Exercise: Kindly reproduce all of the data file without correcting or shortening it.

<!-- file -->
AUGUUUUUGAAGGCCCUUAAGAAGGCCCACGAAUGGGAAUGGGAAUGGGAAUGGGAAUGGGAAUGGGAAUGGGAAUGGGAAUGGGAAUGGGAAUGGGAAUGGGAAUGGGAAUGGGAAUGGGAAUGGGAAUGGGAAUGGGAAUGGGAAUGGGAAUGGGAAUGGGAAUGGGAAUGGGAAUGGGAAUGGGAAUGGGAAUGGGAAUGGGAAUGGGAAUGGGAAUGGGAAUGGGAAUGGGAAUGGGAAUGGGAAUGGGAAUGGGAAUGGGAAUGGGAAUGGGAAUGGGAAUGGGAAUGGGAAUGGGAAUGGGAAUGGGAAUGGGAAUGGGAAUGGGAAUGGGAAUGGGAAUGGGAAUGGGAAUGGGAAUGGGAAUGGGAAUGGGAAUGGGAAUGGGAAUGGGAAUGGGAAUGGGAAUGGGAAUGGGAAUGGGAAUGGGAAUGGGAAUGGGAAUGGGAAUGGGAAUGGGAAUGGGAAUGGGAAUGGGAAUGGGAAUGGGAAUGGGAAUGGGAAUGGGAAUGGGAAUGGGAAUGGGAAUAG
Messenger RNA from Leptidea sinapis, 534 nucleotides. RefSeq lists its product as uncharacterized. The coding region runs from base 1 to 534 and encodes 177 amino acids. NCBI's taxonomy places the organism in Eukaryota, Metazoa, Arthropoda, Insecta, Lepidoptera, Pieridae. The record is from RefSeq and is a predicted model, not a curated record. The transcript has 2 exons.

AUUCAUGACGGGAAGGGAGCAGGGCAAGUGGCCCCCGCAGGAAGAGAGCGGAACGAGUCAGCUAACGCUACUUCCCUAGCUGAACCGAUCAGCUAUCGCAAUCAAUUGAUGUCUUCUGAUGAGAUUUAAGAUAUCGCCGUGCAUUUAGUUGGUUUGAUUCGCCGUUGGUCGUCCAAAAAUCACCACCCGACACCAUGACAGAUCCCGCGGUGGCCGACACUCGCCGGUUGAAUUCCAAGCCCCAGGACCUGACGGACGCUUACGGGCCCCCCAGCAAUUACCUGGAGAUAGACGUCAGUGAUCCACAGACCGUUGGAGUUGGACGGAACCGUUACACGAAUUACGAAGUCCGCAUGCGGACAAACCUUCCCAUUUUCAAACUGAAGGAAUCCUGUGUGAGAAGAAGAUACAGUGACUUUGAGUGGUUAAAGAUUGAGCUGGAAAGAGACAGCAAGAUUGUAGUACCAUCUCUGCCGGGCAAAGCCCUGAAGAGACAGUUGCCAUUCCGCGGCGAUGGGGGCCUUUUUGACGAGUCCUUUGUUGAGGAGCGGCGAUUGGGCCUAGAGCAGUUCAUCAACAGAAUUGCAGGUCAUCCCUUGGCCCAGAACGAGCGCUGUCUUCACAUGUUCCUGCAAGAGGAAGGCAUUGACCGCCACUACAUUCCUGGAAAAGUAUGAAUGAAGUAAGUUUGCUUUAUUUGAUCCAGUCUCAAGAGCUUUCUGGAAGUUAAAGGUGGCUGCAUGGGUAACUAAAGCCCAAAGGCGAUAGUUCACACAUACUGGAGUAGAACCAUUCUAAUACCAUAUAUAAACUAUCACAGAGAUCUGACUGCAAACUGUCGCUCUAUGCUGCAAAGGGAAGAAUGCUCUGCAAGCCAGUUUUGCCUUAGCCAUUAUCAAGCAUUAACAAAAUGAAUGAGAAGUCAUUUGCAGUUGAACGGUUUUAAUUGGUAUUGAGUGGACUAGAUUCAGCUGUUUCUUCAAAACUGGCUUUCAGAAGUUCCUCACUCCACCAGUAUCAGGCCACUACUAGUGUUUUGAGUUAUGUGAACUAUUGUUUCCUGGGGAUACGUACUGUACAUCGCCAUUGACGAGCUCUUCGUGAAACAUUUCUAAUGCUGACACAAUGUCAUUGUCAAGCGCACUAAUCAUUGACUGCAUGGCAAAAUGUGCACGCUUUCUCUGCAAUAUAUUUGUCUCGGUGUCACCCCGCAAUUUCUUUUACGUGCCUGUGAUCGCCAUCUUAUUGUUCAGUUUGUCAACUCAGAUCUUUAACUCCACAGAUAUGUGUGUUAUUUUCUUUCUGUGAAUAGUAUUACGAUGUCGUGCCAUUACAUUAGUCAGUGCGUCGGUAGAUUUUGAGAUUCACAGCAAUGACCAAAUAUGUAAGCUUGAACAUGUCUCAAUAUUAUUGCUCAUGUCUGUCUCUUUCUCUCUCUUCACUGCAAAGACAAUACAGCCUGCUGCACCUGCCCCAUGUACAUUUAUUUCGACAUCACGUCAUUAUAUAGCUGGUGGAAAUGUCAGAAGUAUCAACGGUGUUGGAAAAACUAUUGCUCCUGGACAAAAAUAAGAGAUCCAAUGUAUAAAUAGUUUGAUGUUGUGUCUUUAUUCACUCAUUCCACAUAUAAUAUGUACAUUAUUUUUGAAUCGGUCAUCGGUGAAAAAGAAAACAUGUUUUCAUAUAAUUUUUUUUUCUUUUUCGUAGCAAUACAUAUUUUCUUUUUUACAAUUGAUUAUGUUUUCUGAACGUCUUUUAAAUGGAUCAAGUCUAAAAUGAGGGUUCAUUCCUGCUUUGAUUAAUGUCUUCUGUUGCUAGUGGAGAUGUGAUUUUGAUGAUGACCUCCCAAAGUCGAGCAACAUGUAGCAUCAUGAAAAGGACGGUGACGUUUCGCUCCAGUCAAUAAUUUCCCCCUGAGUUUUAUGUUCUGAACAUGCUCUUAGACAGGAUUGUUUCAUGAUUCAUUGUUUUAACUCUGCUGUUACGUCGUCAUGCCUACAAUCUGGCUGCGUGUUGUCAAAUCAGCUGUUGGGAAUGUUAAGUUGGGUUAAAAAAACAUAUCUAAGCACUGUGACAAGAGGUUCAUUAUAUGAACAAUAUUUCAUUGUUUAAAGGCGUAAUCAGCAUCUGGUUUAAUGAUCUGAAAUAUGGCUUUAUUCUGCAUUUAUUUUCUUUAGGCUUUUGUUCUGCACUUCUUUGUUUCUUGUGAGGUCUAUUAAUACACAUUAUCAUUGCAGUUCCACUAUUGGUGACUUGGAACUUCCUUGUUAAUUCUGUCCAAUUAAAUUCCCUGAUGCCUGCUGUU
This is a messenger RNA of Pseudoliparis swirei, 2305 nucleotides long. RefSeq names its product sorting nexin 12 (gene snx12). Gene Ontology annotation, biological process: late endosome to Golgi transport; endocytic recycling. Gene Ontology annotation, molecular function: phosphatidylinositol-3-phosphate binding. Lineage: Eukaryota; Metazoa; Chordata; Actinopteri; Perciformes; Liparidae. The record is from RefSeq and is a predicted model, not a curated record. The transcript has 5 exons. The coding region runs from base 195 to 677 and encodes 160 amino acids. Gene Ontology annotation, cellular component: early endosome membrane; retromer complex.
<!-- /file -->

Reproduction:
AUGUUUUUGAAGGCCCUUAAGAAGGCCCACGAAUGGGAAUGGGAAUGGGAAUGGGAAUGGGAAUGGGAAUGGGAAUGGGAAUGGGAAUGGGAAUGGGAAUGGGAAUGGGAAUGGGAAUGGGAAUGGGAAUGGGAAUGGGAAUGGGAAUGGGAAUGGGAAUGGGAAUGGGAAUGGGAAUGGGAAUGGGAAUGGGAAUGGGAAUGGGAAUGGGAAUGGGAAUGGGAAUGGGAAUGGGAAUGGGAAUGGGAAUGGGAAUGGGAAUGGGAAUGGGAAUGGGAAUGGGAAUGGGAAUGGGAAUGGGAAUGGGAAUGGGAAUGGGAAUGGGAAUGGGAAUGGGAAUGGGAAUGGGAAUGGGAAUGGGAAUGGGAAUGGGAAUGGGAAUGGGAAUGGGAAUGGGAAUGGGAAUGGGAAUGGGAAUGGGAAUGGGAAUGGGAAUGGGAAUGGGAAUGGGAAUGGGAAUGGGAAUGGGAAUGGGAAUGGGAAUGGGAAUGGGAAUGGGAAUGGGAAUGGGAAUGGGAAUGGGAAUGGGAAUAG
Messenger RNA from Leptidea sinapis, 534 nucleotides. RefSeq lists its product as uncharacterized. The coding region runs from base 1 to 534 and encodes 177 amino acids. NCBI's taxonomy places the organism in Eukaryota, Metazoa, Arthropoda, Insecta, Lepidoptera, Pieridae. The record is from RefSeq and is a predicted model, not a curated record. The transcript has 2 exons.

AUUCAUGACGGGAAGGGAGCAGGGCAAGUGGCCCCCGCAGGAAGAGAGCGGAACGAGUCAGCUAACGCUACUUCCCUAGCUGAACCGAUCAGCUAUCGCAAUCAAUUGAUGUCUUCUGAUGAGAUUUAAGAUAUCGCCGUGCAUUUAGUUGGUUUGAUUCGCCGUUGGUCGUCCAAAAAUCACCACCCGACACCAUGACAGAUCCCGCGGUGGCCGACACUCGCCGGUUGAAUUCCAAGCCCCAGGACCUGACGGACGCUUACGGGCCCCCCAGCAAUUACCUGGAGAUAGACGUCAGUGAUCCACAGACCGUUGGAGUUGGACGGAACCGUUACACGAAUUACGAAGUCCGCAUGCGGACAAACCUUCCCAUUUUCAAACUGAAGGAAUCCUGUGUGAGAAGAAGAUACAGUGACUUUGAGUGGUUAAAGAUUGAGCUGGAAAGAGACAGCAAGAUUGUAGUACCAUCUCUGCCGGGCAAAGCCCUGAAGAGACAGUUGCCAUUCCGCGGCGAUGGGGGCCUUUUUGACGAGUCCUUUGUUGAGGAGCGGCGAUUGGGCCUAGAGCAGUUCAUCAACAGAAUUGCAGGUCAUCCCUUGGCCCAGAACGAGCGCUGUCUUCACAUGUUCCUGCAAGAGGAAGGCAUUGACCGCCACUACAUUCCUGGAAAAGUAUGAAUGAAGUAAGUUUGCUUUAUUUGAUCCAGUCUCAAGAGCUUUCUGGAAGUUAAAGGUGGCUGCAUGGGUAACUAAAGCCCAAAGGCGAUAGUUCACACAUACUGGAGUAGAACCAUUCUAAUACCAUAUAUAAACUAUCACAGAGAUCUGACUGCAAACUGUCGCUCUAUGCUGCAAAGGGAAGAAUGCUCUGCAAGCCAGUUUUGCCUUAGCCAUUAUCAAGCAUUAACAAAAUGAAUGAGAAGUCAUUUGCAGUUGAACGGUUUUAAUUGGUAUUGAGUGGACUAGAUUCAGCUGUUUCUUCAAAACUGGCUUUCAGAAGUUCCUCACUCCACCAGUAUCAGGCCACUACUAGUGUUUUGAGUUAUGUGAACUAUUGUUUCCUGGGGAUACGUACUGUACAUCGCCAUUGACGAGCUCUUCGUGAAACAUUUCUAAUGCUGACACAAUGUCAUUGUCAAGCGCACUAAUCAUUGACUGCAUGGCAAAAUGUGCACGCUUUCUCUGCAAUAUAUUUGUCUCGGUGUCACCCCGCAAUUUCUUUUACGUGCCUGUGAUCGCCAUCUUAUUGUUCAGUUUGUCAACUCAGAUCUUUAACUCCACAGAUAUGUGUGUUAUUUUCUUUCUGUGAAUAGUAUUACGAUGUCGUGCCAUUACAUUAGUCAGUGCGUCGGUAGAUUUUGAGAUUCACAGCAAUGACCAAAUAUGUAAGCUUGAACAUGUCUCAAUAUUAUUGCUCAUGUCUGUCUCUUUCUCUCUCUUCACUGCAAAGACAAUACAGCCUGCUGCACCUGCCCCAUGUACAUUUAUUUCGACAUCACGUCAUUAUAUAGCUGGUGGAAAUGUCAGAAGUAUCAACGGUGUUGGAAAAACUAUUGCUCCUGGACAAAAAUAAGAGAUCCAAUGUAUAAAUAGUUUGAUGUUGUGUCUUUAUUCACUCAUUCCACAUAUAAUAUGUACAUUAUUUUUGAAUCGGUCAUCGGUGAAAAAGAAAACAUGUUUUCAUAUAAUUUUUUUUUCUUUUUCGUAGCAAUACAUAUUUUCUUUUUUACAAUUGAUUAUGUUUUCUGAACGUCUUUUAAAUGGAUCAAGUCUAAAAUGAGGGUUCAUUCCUGCUUUGAUUAAUGUCUUCUGUUGCUAGUGGAGAUGUGAUUUUGAUGAUGACCUCCCAAAGUCGAGCAACAUGUAGCAUCAUGAAAAGGACGGUGACGUUUCGCUCCAGUCAAUAAUUUCCCCCUGAGUUUUAUGUUCUGAACAUGCUCUUAGACAGGAUUGUUUCAUGAUUCAUUGUUUUAACUCUGCUGUUACGUCGUCAUGCCUACAAUCUGGCUGCGUGUUGUCAAAUCAGCUGUUGGGAAUGUUAAGUUGGGUUAAAAAAACAUAUCUAAGCACUGUGACAAGAGGUUCAUUAUAUGAACAAUAUUUCAUUGUUUAAAGGCGUAAUCAGCAUCUGGUUUAAUGAUCUGAAAUAUGGCUUUAUUCUGCAUUUAUUUUCUUUAGGCUUUUGUUCUGCACUUCUUUGUUUCUUGUGAGGUCUAUUAAUACACAUUAUCAUUGCAGUUCCACUAUUGGUGACUUGGAACUUCCUUGUUAAUUCUGUCCAAUUAAAUUCCCUGAUGCCUGCUGUU
This is a messenger RNA of Pseudoliparis swirei, 2305 nucleotides long. RefSeq names its product sorting nexin 12 (gene snx12). Gene Ontology annotation, biological process: late endosome to Golgi transport; endocytic recycling. Gene Ontology annotation, molecular function: phosphatidylinositol-3-phosphate binding. Lineage: Eukaryota; Metazoa; Chordata; Actinopteri; Perciformes; Liparidae. The record is from RefSeq and is a predicted model, not a curated record. The transcript has 5 exons. The coding region runs from base 195 to 677 and encodes 160 amino acids. Gene Ontology annotation, cellular component: early endosome membrane; retromer complex.